In New Jersey the people have realized this for a long time, and a year or two ago we got our ideas on the subject enacted into legislation. The corporations involved opposed the legislation with all their might. They talked about ruin,- and I really believe they did think they would be somewhat injured. But they have not been. And I hear I cannot tell you how many men in New Jersey say: “Governor, we were opposed to you; we did not believe in the things you wanted to do, but now that you have done them we take off our hats. That was the thing to do, it did not hurt us a bit; it just put us on a normal footing; it took away suspicion from our business." New Jersey, having taken the cold plunge, cries out to the rest of the states, “Come on in! The water's fine!”
So I take it to be a necessity of the hour to open up all the processes of politics and of public business, open them wide to public view; to make them accessible to every force that moves, every opinion that prevails in the thought of the people; to give society command of its own economic life again, not by revolutionary measures, but by a steady application of the principle that the people have a right to look into such matters and to control them; to cut all privileges and patronage and private advantage and secret enjoyment out of legislation.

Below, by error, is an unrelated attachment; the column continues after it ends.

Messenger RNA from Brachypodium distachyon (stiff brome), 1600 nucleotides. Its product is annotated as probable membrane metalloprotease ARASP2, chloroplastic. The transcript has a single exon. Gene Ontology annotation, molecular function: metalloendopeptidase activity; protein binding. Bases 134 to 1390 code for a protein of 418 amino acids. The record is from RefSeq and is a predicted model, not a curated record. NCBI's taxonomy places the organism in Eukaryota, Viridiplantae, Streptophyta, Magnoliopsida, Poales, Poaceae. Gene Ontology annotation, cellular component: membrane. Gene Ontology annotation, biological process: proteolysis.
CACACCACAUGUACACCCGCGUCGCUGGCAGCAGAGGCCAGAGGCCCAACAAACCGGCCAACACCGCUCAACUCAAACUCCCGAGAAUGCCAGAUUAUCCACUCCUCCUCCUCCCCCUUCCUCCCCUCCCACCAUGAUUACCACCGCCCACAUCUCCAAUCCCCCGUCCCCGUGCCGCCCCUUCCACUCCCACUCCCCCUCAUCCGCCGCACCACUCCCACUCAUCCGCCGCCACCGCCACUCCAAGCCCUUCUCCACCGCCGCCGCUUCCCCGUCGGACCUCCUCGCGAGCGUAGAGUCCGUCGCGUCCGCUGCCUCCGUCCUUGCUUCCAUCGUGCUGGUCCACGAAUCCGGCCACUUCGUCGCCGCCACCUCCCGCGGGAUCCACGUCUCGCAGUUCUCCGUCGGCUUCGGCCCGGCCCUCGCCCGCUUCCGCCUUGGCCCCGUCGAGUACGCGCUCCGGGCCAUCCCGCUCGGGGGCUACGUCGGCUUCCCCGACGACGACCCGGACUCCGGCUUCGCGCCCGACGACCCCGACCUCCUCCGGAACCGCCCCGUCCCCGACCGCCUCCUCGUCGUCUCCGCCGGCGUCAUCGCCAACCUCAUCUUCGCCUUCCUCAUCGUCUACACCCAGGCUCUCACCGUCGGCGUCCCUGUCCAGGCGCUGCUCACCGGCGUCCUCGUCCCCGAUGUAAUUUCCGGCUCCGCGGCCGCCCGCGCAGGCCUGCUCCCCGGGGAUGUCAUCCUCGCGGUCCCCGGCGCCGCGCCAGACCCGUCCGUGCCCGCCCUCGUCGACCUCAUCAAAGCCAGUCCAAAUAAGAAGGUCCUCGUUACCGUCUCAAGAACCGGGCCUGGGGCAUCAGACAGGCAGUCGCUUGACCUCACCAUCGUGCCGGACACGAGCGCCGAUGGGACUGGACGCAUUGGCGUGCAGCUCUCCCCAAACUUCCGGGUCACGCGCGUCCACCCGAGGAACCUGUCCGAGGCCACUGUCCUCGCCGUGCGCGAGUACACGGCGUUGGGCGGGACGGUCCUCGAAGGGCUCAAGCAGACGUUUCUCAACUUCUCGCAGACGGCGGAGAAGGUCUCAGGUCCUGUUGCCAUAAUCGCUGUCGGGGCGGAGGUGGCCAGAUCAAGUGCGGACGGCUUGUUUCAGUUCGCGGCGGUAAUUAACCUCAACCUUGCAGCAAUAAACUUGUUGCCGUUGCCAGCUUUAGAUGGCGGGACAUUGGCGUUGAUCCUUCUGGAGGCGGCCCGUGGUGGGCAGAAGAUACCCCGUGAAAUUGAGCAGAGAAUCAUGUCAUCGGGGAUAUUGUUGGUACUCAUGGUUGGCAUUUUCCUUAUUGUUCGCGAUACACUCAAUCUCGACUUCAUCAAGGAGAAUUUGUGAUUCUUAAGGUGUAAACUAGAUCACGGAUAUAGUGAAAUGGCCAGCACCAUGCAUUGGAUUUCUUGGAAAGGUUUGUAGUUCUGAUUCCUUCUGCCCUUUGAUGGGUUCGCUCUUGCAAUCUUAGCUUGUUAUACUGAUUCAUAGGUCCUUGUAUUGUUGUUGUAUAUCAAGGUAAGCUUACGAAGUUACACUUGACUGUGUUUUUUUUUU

Wherever any public business is transacted, wherever plans affecting the public are laid, or enterprises touching the public welfare, comfort, or convenience go forward, wherever political programmes are formulated, or candidates agreed on,- over that place a voice must speak, with the divine prerogative of a people's will, the words: “Let there be light!”
WATCHING PRESIDENT WILSON